Philo, De legatione ad Gaium trans. Colson, F.H., Loeb, Harvard University Press, Cambridge, 1960, Vol 10

Seneca the Younger, Moral Epistles, cited in Feldman & Reinhold op cit, pp.317.318

Suetonius, Life of Tiberius, cited in Feldman & Reinhold op cit, p.317

Tacitus, P.C., The Annals, Great Books of the Western World, vol 15, Gen. ed. Hutchins, Encyclopaedia Brittanica, 1952

Tacitus, The Histories, Great Books of the Western World, vol 15, Gen. ed. Hutchins, Encyclopaedia Brittanica, 1952


Secondary Sources

Bilde, P., Studia Theologica 32 (1978), cited in Schwartz, op cit, p.77

Bilde, P., Flavius Josephus between Jerusalem and Rome, JSOT Press, Sheffield, 1988

Davies, P.S., “The meaning of Philo’s text about the Gilded Shields”, JTS, cited in Grabbe, op cit, p.397

Feldman, L.H., & Reinhold, M., eds. Jewish Life and Thought among Greeks and Romans, T & T Clark, Edinburgh, 1996

Grabbe, L.L., Judaism from Cyrus to Hadrian, SCM Press, London, 1994

Jagersma, H., A History of Israel to Bar Kochba, SCM, London, 1994

Kraeling, C.H., "The Episode of the Roman Standards at Jerusalem", Harvard Theological Review (35) 1942

Maier, P.L., "The Episode of the Golden Shields at Jerusalem," Harvard Theological Review (62) 1969

Millar, F., The Roman Near East 31 BC – AD 227, Harvard University Press, Cambridge, 1993

Rhoads, D.M., Israel in Revolution 6 – 74 C.E. – A Political History based on the writings of Josephus, Fortress Press, Philadelphia, 1976

Schürer, E., The History of the Jewish People in the Age of Jesus Christ, rev. and ed. by Geza Vermes and Fergus Millar, T & T Clark, Edinburgh, 1973

Schwartz, D.R., Agrippa I The Last King of Judaea, JCB Mohr, Tübingen, 1990

Smallwood, E.M., The Jews Under Roman Rule from Pompey to Diocletian, E.J. Brill, Leiden, 1981

[1] Josephus, Antiquities, 14.4.4 §74, 14.4.5 §77, Jagersma, H., A History of Israel to Bar Kochba, SCM, London, 1994, part 2, p.98

[2] Millar, F., The Roman Near East 31 BC – AD 227, Harvard University Press, Cambridge, 1993, p.108

[3] Judaea was Parthian from 40 – 37 BCE under Antigonus their vassal ruler.

[4] Except for the rule of Agrippa 41 – 44 CE.  See Table of Governors on page 16.

[5] Schwartz, D.R., Agrippa I The Last King of Judaea, JCB Mohr, Tübingen, 1990, p.174

[6] Augustus until 14 CE, Tiberius 14 – 37 CE, Gaius 37 – 41 CE, Claudius 41 – 54 CE, Nero 54 – 68 CE.

[7] According to Bilde P., Flavius Josephus between Jerusalem and Rome, JSOT Press, Sheffield, 1988, pp.196, 197 Josephus was a “creative author with artistic ambitions … loyal to his sources … retains the sequence of events, persons, … topography, chronology, etc”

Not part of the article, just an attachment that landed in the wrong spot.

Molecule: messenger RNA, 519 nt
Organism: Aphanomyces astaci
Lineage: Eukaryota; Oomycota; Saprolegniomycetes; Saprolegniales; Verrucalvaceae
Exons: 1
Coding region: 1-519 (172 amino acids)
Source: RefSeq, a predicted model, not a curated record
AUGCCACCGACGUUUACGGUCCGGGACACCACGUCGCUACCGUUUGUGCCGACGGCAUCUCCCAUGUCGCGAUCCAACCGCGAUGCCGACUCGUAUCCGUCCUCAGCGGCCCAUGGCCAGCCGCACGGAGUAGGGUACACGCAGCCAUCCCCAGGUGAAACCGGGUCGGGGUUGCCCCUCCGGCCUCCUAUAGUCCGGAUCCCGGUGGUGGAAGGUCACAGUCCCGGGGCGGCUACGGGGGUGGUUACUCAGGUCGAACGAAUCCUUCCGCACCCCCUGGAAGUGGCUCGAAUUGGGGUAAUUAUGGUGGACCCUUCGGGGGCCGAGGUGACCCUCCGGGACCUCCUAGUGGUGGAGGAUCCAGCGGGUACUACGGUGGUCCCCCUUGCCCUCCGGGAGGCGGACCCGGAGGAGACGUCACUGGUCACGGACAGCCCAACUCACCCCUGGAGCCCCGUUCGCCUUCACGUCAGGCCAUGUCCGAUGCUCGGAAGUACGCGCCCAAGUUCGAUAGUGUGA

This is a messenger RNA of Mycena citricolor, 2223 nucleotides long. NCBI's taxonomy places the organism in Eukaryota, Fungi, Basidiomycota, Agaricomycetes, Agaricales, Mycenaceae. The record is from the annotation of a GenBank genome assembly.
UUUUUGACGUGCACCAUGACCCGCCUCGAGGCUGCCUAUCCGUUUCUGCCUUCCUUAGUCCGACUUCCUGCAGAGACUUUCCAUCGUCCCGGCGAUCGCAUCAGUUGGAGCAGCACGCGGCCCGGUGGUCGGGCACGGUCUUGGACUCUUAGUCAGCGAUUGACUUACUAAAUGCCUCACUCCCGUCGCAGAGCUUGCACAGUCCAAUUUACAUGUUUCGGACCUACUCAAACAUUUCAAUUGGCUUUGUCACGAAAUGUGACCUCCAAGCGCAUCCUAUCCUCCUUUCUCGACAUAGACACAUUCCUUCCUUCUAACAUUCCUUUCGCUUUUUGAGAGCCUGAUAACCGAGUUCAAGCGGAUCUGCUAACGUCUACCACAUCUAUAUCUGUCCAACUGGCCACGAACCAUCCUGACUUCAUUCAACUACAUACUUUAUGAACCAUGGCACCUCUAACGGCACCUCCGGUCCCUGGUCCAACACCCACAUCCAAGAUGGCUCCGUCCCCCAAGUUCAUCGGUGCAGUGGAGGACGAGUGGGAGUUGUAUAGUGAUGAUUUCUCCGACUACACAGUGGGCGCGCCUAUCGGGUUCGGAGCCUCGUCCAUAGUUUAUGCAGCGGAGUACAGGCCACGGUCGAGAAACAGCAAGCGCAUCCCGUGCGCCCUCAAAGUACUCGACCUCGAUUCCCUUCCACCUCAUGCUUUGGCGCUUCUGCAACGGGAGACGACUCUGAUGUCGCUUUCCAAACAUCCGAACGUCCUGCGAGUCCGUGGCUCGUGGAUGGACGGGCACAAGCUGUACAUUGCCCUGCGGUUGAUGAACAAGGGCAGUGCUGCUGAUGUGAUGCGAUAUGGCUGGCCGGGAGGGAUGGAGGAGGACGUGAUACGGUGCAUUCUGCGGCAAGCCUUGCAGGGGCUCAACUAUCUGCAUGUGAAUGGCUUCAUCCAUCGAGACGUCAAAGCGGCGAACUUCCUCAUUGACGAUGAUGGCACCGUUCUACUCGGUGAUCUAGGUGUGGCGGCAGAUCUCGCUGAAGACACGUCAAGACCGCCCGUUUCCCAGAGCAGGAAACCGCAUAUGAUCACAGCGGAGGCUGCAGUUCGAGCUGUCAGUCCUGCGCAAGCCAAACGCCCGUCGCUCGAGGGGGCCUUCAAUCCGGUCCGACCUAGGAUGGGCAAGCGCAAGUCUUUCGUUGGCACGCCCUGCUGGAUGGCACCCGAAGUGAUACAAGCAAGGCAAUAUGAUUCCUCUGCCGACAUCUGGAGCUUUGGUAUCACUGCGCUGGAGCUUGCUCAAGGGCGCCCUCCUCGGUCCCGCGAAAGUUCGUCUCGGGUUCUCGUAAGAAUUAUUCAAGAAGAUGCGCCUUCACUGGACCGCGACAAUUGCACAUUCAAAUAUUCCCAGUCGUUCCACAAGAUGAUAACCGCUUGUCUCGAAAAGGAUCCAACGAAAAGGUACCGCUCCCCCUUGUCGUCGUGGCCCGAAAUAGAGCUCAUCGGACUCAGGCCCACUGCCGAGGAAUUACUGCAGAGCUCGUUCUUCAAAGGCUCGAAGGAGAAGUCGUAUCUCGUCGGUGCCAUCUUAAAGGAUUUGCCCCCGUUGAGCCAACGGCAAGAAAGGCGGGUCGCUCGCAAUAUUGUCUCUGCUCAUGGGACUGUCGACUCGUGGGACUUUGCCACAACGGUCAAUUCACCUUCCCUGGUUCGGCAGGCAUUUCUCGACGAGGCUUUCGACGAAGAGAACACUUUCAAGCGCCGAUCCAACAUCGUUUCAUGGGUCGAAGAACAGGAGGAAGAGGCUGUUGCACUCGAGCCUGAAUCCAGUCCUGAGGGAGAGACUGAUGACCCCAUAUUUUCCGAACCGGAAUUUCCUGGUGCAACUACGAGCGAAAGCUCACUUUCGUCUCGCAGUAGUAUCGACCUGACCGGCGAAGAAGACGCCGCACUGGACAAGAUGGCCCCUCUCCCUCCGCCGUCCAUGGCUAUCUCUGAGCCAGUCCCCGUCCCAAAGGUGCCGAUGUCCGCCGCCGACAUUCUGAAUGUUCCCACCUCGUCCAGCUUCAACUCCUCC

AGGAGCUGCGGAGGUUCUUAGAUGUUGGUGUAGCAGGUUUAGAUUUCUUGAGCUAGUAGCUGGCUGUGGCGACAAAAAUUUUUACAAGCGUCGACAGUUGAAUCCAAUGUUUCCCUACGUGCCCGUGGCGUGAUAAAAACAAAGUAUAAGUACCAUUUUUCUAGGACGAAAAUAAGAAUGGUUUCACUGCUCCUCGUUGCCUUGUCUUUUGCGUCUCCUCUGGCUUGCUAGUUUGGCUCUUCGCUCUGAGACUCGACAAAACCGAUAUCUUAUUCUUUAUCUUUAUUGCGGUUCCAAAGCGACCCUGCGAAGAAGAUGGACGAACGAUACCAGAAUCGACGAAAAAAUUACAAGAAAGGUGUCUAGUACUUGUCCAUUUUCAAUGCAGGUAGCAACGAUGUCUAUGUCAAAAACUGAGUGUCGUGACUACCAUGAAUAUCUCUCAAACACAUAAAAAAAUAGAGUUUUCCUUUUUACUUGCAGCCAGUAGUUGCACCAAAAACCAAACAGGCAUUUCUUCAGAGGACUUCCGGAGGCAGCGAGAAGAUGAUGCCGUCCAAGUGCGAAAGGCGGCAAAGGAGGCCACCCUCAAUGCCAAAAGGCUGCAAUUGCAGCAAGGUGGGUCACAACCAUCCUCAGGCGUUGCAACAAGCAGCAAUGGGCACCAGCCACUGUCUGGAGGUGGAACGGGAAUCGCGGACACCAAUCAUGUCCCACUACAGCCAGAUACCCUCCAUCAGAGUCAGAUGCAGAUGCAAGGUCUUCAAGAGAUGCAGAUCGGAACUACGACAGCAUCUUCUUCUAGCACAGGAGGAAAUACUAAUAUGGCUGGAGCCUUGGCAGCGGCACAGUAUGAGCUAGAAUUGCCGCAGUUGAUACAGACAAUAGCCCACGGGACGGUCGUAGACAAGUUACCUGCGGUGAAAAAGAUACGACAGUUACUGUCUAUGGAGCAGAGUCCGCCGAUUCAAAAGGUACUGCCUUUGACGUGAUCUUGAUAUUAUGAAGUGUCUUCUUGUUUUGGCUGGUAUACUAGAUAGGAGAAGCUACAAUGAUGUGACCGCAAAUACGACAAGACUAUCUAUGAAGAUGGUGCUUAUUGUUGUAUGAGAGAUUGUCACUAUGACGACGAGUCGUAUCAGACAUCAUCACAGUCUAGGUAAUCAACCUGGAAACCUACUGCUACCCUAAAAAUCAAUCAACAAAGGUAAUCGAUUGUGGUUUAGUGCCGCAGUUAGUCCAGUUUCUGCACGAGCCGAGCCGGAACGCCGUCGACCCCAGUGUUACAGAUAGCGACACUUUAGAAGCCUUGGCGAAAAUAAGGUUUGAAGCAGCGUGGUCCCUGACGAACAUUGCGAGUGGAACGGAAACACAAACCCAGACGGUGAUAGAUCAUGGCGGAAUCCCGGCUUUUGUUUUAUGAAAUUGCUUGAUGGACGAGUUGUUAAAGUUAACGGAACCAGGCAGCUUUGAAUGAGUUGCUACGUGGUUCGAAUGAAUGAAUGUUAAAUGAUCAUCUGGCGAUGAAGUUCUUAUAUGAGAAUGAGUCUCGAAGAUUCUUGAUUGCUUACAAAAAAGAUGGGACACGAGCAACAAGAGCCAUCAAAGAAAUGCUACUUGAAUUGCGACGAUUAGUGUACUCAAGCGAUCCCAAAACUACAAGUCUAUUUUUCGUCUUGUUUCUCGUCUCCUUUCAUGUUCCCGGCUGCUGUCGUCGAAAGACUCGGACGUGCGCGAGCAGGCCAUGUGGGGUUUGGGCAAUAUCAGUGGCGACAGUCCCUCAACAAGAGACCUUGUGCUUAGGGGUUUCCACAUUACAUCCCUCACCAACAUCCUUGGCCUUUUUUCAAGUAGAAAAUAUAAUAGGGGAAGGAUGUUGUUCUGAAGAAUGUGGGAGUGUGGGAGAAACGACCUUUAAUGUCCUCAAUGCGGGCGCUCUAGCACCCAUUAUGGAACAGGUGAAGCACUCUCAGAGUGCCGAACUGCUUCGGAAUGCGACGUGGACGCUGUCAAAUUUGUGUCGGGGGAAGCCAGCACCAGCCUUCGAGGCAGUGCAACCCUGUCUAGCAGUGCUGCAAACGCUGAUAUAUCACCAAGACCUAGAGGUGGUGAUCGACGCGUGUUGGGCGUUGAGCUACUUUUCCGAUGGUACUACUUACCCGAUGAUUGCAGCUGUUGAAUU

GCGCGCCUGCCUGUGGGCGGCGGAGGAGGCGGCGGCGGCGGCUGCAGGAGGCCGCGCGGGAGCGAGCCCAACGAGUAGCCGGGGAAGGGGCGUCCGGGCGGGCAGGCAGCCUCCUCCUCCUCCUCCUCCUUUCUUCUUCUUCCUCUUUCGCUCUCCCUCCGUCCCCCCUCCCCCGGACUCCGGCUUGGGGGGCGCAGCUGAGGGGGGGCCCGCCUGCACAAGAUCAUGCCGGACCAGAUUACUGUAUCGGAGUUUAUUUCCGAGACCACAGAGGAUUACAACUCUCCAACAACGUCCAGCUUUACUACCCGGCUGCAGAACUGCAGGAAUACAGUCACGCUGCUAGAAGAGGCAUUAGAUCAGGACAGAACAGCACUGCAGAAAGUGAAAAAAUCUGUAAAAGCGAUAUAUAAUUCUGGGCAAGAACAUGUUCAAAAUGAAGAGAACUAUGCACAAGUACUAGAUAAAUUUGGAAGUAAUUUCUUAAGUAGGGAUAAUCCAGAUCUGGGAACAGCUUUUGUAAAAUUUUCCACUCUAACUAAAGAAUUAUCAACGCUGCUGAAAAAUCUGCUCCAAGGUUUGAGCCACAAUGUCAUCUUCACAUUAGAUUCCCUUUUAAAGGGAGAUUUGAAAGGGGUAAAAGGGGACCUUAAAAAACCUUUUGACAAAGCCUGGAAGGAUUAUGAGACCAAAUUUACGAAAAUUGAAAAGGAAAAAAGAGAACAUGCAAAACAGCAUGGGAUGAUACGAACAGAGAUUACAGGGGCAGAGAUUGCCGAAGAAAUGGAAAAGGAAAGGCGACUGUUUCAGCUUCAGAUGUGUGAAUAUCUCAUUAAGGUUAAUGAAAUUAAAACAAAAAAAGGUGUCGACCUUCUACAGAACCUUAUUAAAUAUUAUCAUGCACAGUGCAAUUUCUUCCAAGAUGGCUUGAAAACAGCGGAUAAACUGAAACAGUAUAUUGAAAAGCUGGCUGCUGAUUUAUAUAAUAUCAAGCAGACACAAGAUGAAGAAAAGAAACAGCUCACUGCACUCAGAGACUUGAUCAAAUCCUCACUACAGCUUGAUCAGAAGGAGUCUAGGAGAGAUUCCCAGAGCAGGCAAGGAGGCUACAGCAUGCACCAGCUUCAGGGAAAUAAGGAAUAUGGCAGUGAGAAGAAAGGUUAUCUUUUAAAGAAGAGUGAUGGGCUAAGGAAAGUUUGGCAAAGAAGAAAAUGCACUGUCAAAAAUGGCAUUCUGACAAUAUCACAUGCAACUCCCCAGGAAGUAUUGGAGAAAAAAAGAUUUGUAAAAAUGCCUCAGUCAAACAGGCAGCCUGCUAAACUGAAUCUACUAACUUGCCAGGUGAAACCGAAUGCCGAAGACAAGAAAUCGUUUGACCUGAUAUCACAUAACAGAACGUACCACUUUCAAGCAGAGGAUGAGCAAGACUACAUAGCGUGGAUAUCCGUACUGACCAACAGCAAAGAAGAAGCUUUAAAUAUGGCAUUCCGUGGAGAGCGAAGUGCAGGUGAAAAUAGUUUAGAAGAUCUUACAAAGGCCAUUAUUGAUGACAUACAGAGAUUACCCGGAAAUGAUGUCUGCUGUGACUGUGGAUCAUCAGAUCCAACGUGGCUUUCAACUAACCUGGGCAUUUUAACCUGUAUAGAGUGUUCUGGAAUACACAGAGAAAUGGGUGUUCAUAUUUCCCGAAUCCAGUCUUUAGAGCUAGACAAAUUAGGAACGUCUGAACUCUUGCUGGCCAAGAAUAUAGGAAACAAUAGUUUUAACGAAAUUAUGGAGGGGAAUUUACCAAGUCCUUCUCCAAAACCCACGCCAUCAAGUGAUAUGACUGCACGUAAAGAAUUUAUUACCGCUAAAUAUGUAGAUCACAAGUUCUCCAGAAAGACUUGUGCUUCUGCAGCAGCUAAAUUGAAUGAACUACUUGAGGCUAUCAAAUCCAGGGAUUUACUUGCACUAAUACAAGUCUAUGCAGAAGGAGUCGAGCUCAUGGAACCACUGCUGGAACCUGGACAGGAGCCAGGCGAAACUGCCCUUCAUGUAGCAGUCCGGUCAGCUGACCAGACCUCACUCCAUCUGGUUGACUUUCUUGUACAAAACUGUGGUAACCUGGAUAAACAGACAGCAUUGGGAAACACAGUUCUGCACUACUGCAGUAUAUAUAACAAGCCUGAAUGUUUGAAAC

[8] Smallwood, E.M., The Jews Under Roman Rule from Pompey to Diocletian, Brill, Leiden, 1981, p. 155

[9] Josephus, Antiquities 18.1.1 §2

[10] Jagersma, op cit, p.117

[11] A difference in the writers’ theology is seen in the change from, “Yahweh inciting David”, to “Satan inciting David”.

[12] Josephus, War 2.8.1 §118, Antiquities 18.1.1 §4, 20.5.2 §102

[13] Josephus, War 2.17.8 §443

[14] Josephus, Antiquities 18.1.6 §23

[15] Josephus, War 2.8.1 §118

[16] Josephus, Antiquities 18.1.1 §6

[17] Josephus, Antiquities 18.2.1 §26

[18] Josephus, Antiquities 18.2.2 §§29, 30

[21] Josephus, Antiquities 18.2.2 §§33-35 Valerius Gratus governed Judaea for eleven years (the longest serving procurator in the period).

[22] Josephus, Antiquities, 18.3.1 §55

[23] Josephus, Antiquities, 18.3.1 §57

[24] Philo, De legatione ad Gaium 38, 299

[25] Philo, De Legatione ad Gaium 38, 299

[26] Grabbe, L.L., Judaism from Cyrus to Hadrian, SCM Press, London, 1994, p.395

[27] Philo, In Flaccum 1.1 “Flaccus Avillius succeeded Sejanus in his hatred of and hostile designs against the Jewish nation”. De legatione ad Gaium 24, 159-160 “Sejanus was preparing to make his attempt against our nation … Sejanus … was desirous to destroy our nation”.

[28] Grabbe, op cit, pp.395-396

[29] Philo, Legatione ad Caium 38, 302 mentioned briberies, insults, robberies, outrages, injuries and executions without trial.

[30] Josephus, War 2.9.4 §§175-203

[31] Acts 5:33-39

[32] The Testament of Moses 9.7 from R. H. Charles, The Apocrypha and Pseudepigrapha of the Old Testament, Oxford University Press, Oxford, 1913, 2, pp. 407-424

[33] Josephus, War 2.9.2 §§169-171

[34] Josephus, Antiquities, 18.3.1 §57

[35] The phrase “as though by agreement” is suspicious and sounds like stage management or exaggeration

[36] Rhoads, D.M., Israel in Revolution 6 –74 C.E. A Political History based on the writings of Josephus, Fortress, Philadelphia, 1976, p.61

[37] Philo, Legatione ad Caium 38, 299